The Transportation Security Administration is rolling out the next-generation security scanner that it says uses a new, less controversial technology to take full body scans of airline passengers.
The new scanner will begin testing today at Arizona's Phoenix Sky Harbor Airport.
Passengers who are singled out for further screening will be offered the scanner, instead of the full-body pat down they are usually subjected to.
The TSA installed the new "millimeter wave" scanners in Phoenix, just nine months after the same airport was used to introduce its first pilot program, which used the disputed "backscatter" X-ray technology.
Privacy advocates decried these earlier machines, which use radiation to scan passengers as excessively invasive.
The new scanners use what's called a millimeter wave technology that employs electromagnetic waves versus the backscatter's radiation wave.
The TSA describes the images from the new machines as a like a "fuzzy photo negative."
But Barry Steinhardt, director of the American Civil Liberties Union, who has seen the new machines, told The Associated Press, the images are "… more graphic than that. I continue to believe that these are virtual strip-searches."
The government awarded L-3 Communications a contract in July to develop a passenger screening machine using the new electromagnetic wave technology. Millimeter uses radio waves that reflect off a human body and bounce back in just a matter of 1.8 seconds, creating a 3-D holographic image.
The TSA has purchased eight of the machines for $1.7 million. The agency says that testing the millimeter wave machine against the earlier backscatter technology will help it compare the reliability and functionality of both technologies.
Released in February, the backscatter machines currently in use are manufactured by American Science and Engineering.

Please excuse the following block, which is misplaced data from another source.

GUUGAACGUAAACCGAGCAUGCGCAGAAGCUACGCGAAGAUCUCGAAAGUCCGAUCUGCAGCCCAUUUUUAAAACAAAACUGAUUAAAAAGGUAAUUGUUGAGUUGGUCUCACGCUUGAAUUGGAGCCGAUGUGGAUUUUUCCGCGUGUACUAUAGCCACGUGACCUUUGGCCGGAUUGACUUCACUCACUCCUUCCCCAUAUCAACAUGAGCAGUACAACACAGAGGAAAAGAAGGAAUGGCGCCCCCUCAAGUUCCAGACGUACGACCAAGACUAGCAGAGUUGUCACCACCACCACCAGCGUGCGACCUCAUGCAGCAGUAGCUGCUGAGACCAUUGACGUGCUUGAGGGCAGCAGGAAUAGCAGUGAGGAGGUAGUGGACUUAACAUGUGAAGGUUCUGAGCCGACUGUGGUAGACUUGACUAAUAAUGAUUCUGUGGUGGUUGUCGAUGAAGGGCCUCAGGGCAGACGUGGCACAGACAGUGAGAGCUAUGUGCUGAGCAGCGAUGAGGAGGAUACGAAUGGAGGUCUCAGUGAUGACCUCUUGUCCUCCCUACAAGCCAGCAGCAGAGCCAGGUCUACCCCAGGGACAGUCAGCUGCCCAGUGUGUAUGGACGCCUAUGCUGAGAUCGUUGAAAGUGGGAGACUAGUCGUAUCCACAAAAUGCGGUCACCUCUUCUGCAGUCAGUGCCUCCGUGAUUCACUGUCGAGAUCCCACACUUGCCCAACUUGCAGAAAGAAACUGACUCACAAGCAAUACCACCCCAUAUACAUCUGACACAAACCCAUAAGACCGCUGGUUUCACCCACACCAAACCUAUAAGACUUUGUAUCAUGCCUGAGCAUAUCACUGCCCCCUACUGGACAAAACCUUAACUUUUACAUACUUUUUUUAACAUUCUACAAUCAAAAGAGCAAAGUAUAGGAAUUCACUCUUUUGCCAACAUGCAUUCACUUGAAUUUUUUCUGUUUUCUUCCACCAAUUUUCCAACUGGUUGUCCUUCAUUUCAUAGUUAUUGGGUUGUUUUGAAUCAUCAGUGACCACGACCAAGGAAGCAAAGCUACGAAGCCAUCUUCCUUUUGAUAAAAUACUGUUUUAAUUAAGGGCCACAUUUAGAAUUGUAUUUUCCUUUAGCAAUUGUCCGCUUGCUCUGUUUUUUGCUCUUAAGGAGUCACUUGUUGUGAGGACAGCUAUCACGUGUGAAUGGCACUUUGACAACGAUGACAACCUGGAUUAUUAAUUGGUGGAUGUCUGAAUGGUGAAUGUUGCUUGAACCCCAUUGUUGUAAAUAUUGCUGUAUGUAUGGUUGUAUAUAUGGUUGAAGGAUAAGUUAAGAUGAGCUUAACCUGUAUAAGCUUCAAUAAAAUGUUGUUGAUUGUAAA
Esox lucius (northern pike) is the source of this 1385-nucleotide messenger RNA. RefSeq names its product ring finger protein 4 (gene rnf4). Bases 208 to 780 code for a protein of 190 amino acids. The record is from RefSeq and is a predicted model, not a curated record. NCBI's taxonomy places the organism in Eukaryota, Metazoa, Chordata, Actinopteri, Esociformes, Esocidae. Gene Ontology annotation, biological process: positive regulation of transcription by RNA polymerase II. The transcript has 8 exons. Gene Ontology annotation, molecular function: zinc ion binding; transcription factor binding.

Backscatter allows TSA agents to view an almost instantaneous X-ray-like view of a passenger's body. It is those high-resolution images that have drawn concern from privacy and civil liberties groups.
In a statement to Congress last year, the ACLU's legislative counsel, Timothy D. Sparapani, noted the technology's potential for screening baggage and cargo, but urged Congress to prohibit the use of the technology as part of routine screening due to privacy concerns.
Sparapani said the images generated require passengers "to display highly personal details of their bodies," which he said shouldn't be necessary "as a prerequisite to boarding a plane."
TSA says it has worked with manufacturers to modify the images captured and maintains that the machines used in the screening method, which is a voluntary alternative to a physical pat down, does not allow the machine operator to print, store or send out the image taken.
According to the TSA, most passengers it surveyed said they preferred to have a body screening rather than a pat down.
"What we have seen in Phoenix since February is about 79 percent of the people are electing to try the passenger imaging technology," TSA spokeswoman Ellen Howe told ABC News.
The millimeter wave machine, Howe says, takes into account the passengers' right to privacy by taking several measures to help passengers feel more secure.